Exploring the Kingsroad over Filefjell

Facts

Duration
1 hour
Distance
2,6 km.
Difficulty
Medium
Suitable for
All
Available periods
May - November

Description

Øygardsvegen is the stretch between the «celebrities» Galdane and Vindhellavegen.

This, however, does not mean the beauty of this road should be ignored.

Parts of Øygardsvegen are also built on foundation walls, and meanders across cliffs and knolls. They may not be as impressive as in Vindhella and across Seltunsåsen, but what is spectacular is that the modern-day E16 tunnel, Borgundstunnelen, runs just below.

As you walk along the 200-year-old Kongevegen, there are trucks zooming through the tunnel below you.

Øygardsvegen also leads past old bridges, farms, coaching inns, and burial sites from the Iron Age – to mention but a few in this rich cultural landscape.

 

TRACES OF ANCIENT TIMES

If you head west, you return to where you completed Vindhellavegen. From Rimskjold (car park), follow the old E16 for about one kilometre on tarmac – past the old coaching inn, Husum.

Before you reach the bridge, turn left onto the original Kongevegen.

But first, take a detour (30 metres) to old Nedre Kvame bridge. This beautiful vaulted bridge in stone from 1863 replaced Steine bridge which was swept away during the flood of 1860.

Hence, the Øygardsvegen stretch you are about to walk was in use until this bridge was built in 1863.

Further down, you can see Nedre Kvame farm to your left, on the other side of the river. The large field to the right of the farm, feature a burial site from the Iron Age.

Many of the graves have disappeared, mostly due to the road construction in 1863, but a dozen burial mounds can still be seen between the grazing animals.

 

BRONZE AGE

After a while, you will reach Spangelo farm. Walk past the small, red outbuilding, and continue down behind the red farm building (see photo) and follow the field along the fence.

At the end of the field, archaeologists have discovered a Bronze Age settlement. The forges were unique, and were the first of their kind to be discovered in Norway. They are evidence that people here produced bronze items already 3500 years ago.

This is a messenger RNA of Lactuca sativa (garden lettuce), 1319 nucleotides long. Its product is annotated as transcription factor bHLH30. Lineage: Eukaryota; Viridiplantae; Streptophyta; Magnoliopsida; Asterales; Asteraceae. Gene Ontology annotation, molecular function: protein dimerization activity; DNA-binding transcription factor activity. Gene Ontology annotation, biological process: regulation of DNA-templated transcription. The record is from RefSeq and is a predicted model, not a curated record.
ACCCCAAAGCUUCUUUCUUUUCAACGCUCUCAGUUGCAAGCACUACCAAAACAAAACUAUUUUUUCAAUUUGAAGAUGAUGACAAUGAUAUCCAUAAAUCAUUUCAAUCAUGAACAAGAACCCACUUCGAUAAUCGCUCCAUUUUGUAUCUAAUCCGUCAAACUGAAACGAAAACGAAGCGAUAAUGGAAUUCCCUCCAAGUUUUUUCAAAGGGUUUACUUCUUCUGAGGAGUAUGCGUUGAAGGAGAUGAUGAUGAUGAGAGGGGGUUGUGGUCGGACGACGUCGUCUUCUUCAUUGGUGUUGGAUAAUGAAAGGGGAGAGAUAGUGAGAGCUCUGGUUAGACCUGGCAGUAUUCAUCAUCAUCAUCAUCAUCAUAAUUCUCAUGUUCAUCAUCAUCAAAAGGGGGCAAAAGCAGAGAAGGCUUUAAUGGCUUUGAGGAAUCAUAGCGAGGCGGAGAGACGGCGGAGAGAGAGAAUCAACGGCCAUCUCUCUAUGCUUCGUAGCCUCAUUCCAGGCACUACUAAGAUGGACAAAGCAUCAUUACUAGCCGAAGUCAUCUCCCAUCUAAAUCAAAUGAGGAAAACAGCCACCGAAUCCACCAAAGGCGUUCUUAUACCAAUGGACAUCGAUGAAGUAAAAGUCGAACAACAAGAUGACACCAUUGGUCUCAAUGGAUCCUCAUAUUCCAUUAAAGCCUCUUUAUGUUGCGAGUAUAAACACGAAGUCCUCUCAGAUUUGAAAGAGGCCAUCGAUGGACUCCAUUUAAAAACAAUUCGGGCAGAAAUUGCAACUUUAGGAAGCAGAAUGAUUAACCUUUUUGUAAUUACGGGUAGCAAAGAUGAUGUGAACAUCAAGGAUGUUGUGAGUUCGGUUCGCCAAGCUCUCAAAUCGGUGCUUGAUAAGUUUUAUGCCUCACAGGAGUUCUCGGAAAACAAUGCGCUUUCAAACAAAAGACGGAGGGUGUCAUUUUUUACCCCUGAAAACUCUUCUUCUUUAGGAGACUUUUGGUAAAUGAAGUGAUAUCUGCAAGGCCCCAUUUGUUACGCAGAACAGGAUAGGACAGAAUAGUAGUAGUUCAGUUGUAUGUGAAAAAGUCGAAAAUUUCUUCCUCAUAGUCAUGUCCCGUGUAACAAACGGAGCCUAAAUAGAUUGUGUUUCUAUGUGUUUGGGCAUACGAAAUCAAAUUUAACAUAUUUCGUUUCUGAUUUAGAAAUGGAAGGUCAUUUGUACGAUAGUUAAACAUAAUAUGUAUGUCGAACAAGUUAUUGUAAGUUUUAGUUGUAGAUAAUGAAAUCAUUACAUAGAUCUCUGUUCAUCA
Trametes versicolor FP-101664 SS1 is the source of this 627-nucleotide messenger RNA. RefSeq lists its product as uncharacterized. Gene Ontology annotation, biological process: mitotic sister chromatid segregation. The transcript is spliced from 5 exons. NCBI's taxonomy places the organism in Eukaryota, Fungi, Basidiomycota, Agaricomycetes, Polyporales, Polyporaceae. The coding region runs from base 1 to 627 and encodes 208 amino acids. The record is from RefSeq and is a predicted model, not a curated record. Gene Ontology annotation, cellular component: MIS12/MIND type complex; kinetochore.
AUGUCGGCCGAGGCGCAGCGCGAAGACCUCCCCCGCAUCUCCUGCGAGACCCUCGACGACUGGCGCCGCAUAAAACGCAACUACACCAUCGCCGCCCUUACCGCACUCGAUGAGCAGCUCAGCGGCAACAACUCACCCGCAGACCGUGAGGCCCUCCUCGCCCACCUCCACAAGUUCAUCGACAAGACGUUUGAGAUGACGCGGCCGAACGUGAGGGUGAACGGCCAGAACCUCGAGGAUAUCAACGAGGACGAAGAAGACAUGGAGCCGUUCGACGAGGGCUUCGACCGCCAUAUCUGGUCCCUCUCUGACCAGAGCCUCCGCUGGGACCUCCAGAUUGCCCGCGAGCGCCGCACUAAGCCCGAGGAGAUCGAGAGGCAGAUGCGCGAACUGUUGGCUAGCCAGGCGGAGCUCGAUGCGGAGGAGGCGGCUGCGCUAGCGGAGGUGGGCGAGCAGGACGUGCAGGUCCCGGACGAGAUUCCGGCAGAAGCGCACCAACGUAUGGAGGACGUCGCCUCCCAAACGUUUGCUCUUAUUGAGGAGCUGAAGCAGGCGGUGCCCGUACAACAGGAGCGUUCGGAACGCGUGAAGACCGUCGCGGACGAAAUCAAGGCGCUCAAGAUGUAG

The bronze must have brought in from the continent. This is a reminder of how very old the travel route through Lærdal is, and how busy it has been.

Up here on the mountain side, known as Øygardskleivi, the 1790s road was built along the old route. It was, however, difficult to make the stretch suitable for horse and cart, and was described as “extremely dangerous” soon after it had been completed.

Some 50 years later, it was decided that the road should be built further down – on foundation walls.

But the mountain was full of cracks, and the blasting work became expensive in the end. This is the road you are on now, but the original runs just above. We recommend that you walk them both – it is only a short detour. Øygardskleivi is also where trucks zoom into Borgundstunnelen just below you.

 

DUNGHILL

The road continues along Kongevegen on foundation walls, and later on grass down to Nedrehegg farm. In 2016, archaeologists found a dunghill, or rubbish heap, from Roman times, in the middle of the farmyard.

From Nedrehegg, follow the gravel road for 300 m to Sjurhaugen where the next section, Galdane, starts.

A picnic area, toilet facilities, and parking are available by Sjurhaugen (across the bridge).

Walk across and look over the edge, and you will see the potholes in the river.

Sjurhaugsfossen waterfall used to be a final stop for the Lærdal salmon, and watching the salmon jump in was a tourist attraction.

Sometimes it still jumps. Maybe you are lucky enough to see its dance?